A few weeks ago while on vacation with my husband, we visited this super fun cafe in Bend, Oregon. A cafe with yummy treats, coffee and all the books you could read. Dudley’s Bookshop Cafe (http://www.dudleysbookshopcafe.com/) has become one of my favorite bookstores.
(Here I am picking up a “new to me” hardback copy of One Hundred Years of Solitude, by Gabriel Garcia Marquez, and enjoying the most fabulous staircase I’ve ever seen!) We spent quite a few hours here…. and walked out with several new books. Bliss.
One of those books was The Alice Network, by Kate Quinn is the tale of two ordinary women, who in their own time, become extraordinary women.
The year is 1915 and Eve is a secretary at a law firm trying to remain unnoticed. She speaks three languages and is excellent at reading people, but most disregard her as dumb due to a stutter she has never overcame. In a country at war, Eve like many other women, is doing a job that would likely have gone to a man if one had been there to fill it. But in this job she meets Captain Cameron of the British Army and he has an intriguing proposition for her. One that will take her from her home and throw her right in the middle of the war, and Eve is more than eager to join up.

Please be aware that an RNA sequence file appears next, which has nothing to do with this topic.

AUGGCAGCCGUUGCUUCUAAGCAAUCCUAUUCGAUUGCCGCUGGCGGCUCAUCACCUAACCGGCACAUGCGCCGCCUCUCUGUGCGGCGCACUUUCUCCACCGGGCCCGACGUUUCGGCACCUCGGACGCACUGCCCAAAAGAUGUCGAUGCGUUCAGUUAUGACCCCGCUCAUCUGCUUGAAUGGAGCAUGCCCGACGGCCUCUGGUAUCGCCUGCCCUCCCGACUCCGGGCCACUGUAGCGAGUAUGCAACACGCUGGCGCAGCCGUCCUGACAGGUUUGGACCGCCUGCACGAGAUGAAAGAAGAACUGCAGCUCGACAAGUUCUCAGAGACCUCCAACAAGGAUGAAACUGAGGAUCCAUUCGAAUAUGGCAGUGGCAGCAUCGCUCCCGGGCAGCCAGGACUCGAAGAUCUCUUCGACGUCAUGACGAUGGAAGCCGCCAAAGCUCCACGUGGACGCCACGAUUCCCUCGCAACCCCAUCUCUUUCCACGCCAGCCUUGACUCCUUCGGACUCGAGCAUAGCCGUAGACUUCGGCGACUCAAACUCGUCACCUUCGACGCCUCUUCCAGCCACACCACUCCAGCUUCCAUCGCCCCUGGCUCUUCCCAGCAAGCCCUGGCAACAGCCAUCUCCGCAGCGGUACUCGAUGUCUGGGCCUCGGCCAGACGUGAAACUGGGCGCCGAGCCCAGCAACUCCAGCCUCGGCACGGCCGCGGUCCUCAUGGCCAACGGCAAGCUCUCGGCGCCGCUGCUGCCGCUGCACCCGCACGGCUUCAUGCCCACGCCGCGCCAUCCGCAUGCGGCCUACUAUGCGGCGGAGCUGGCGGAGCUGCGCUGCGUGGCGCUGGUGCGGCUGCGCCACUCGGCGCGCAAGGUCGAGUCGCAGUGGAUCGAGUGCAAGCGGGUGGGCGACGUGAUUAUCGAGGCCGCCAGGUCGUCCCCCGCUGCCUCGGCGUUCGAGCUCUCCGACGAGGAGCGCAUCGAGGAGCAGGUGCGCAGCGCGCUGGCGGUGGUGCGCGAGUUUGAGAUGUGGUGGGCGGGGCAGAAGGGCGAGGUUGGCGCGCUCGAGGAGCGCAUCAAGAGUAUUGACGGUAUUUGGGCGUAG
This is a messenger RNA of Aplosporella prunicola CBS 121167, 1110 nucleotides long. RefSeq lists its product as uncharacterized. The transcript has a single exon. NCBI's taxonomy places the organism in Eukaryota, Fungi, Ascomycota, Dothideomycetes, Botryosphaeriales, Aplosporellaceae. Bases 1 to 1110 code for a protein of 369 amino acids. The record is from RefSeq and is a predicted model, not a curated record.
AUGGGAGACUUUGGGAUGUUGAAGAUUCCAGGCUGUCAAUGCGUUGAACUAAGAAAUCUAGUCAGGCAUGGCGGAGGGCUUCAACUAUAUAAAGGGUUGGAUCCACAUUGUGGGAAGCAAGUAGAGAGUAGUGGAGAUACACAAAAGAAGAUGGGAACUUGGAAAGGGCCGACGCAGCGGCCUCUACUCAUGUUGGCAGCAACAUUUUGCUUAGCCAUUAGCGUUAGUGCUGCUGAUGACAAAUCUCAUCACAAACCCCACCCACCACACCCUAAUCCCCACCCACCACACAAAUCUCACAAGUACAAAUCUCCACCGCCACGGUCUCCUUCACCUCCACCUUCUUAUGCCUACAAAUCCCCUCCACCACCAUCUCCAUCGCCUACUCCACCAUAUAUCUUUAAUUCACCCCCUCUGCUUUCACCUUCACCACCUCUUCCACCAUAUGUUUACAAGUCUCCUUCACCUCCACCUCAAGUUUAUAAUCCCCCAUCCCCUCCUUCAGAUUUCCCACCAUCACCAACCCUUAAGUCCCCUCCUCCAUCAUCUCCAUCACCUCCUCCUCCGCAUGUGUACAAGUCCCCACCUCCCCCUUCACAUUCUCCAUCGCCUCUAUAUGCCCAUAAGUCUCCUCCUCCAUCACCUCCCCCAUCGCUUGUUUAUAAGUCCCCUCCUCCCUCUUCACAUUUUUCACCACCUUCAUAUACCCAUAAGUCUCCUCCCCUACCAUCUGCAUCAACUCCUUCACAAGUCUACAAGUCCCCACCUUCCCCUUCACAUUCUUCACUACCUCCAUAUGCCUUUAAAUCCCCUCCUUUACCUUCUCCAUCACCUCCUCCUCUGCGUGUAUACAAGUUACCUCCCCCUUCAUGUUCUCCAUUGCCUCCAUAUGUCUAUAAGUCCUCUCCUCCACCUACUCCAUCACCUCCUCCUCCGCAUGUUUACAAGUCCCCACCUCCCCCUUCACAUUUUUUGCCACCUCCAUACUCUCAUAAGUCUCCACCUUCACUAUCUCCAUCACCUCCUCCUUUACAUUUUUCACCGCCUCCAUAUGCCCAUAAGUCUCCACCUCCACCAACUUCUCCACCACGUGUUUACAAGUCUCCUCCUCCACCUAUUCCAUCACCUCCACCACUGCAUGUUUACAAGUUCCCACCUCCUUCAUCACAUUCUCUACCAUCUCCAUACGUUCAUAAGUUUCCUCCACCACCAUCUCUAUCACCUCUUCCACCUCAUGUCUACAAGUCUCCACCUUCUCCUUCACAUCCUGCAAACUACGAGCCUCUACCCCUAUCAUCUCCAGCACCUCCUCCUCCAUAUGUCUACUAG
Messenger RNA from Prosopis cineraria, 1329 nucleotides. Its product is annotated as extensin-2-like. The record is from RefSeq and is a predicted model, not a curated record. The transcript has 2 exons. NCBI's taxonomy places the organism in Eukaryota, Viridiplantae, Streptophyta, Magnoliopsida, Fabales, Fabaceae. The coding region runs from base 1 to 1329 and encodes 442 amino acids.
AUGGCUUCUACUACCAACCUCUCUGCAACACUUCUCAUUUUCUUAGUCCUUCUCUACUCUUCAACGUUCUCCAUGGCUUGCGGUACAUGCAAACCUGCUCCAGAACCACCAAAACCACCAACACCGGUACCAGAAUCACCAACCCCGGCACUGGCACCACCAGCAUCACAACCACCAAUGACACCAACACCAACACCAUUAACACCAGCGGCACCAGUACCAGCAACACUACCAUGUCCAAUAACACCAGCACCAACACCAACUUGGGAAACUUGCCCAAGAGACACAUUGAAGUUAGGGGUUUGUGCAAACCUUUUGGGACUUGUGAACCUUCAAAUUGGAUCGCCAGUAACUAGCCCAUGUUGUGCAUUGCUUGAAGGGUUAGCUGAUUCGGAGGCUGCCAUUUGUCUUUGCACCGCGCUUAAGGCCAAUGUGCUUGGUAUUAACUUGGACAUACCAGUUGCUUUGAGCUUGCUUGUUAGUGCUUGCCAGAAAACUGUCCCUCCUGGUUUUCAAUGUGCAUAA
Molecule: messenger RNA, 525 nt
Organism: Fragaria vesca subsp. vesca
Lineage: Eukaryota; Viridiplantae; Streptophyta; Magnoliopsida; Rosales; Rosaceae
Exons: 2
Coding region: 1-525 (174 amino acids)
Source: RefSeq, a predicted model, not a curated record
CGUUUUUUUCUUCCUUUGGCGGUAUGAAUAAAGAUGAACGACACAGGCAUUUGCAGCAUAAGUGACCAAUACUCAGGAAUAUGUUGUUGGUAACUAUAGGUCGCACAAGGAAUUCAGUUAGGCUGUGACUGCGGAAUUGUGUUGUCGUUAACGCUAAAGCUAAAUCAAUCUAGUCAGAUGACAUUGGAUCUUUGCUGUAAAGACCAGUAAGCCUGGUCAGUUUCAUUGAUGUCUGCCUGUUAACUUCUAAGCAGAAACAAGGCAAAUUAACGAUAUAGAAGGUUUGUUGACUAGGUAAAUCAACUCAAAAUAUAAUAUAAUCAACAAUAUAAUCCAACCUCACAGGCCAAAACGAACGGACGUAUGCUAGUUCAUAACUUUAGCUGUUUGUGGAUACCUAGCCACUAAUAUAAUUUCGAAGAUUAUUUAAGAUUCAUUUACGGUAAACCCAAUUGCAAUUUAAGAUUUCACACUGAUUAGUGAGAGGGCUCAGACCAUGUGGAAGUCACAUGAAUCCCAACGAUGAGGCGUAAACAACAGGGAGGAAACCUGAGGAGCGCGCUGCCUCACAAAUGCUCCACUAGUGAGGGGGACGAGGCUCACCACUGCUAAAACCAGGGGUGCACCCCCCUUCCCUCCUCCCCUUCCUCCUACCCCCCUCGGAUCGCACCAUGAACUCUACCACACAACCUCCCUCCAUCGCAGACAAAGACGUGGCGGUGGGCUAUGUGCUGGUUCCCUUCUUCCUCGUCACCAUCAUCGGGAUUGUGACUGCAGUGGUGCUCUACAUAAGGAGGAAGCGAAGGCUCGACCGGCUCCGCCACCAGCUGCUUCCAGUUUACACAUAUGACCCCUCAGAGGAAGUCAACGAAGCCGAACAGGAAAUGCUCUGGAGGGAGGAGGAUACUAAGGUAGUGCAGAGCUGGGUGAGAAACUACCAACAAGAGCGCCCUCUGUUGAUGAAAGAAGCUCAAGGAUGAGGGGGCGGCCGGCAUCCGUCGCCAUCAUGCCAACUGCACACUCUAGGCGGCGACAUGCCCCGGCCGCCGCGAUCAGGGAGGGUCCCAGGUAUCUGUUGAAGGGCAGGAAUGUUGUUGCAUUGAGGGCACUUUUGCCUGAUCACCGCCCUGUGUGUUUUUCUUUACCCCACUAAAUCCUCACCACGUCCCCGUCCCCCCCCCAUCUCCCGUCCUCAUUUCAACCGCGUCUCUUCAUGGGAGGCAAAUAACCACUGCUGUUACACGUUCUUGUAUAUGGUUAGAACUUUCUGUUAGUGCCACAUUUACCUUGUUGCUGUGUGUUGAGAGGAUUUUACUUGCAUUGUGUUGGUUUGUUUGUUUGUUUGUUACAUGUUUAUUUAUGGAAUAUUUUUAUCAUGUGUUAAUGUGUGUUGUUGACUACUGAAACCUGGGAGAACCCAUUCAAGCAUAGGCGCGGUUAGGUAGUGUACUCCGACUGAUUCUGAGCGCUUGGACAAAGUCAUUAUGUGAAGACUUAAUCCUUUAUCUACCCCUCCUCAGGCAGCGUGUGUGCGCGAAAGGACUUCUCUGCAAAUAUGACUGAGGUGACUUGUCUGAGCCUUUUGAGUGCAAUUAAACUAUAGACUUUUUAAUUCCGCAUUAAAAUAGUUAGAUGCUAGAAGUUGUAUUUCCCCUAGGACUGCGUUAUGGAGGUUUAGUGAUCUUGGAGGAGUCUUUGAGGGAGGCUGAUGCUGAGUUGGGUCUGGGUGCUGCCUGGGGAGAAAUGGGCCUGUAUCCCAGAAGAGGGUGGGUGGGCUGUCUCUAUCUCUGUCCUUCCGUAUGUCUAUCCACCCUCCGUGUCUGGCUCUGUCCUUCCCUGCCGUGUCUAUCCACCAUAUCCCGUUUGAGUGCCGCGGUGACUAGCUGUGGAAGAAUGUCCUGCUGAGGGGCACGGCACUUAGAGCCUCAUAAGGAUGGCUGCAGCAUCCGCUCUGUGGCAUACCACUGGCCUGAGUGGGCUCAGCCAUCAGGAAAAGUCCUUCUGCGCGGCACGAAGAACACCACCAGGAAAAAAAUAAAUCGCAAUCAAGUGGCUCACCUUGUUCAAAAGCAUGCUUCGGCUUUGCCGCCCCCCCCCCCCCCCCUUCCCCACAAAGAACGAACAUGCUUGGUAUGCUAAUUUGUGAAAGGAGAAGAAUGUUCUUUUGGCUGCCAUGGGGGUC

Fast-Forward to 1947 and you meet Charlotte St. Clair, or “Charlie” as she’s known by friends and family. Charlie has lost important people in her life to the second world war and tries out a few vices to forget. Vices that don’t just walk away when she’s in polite company. Charlie is now paying the consequences of her actions and being taken to Switzerland until her problem is taken care of.
However, on the journey to Switzerland, Charlie decides to ditch her parents plan for her and make her own way in life. And this includes finding out what happened to her French cousin Rose.
In a story full of ghosts Eve and Charlie, who have become the most unlikely of friends, bind together to help one another face their pasts and additionally their futures. Weaving two lifetimes with one common denominator, this book was “un-put-down-able.”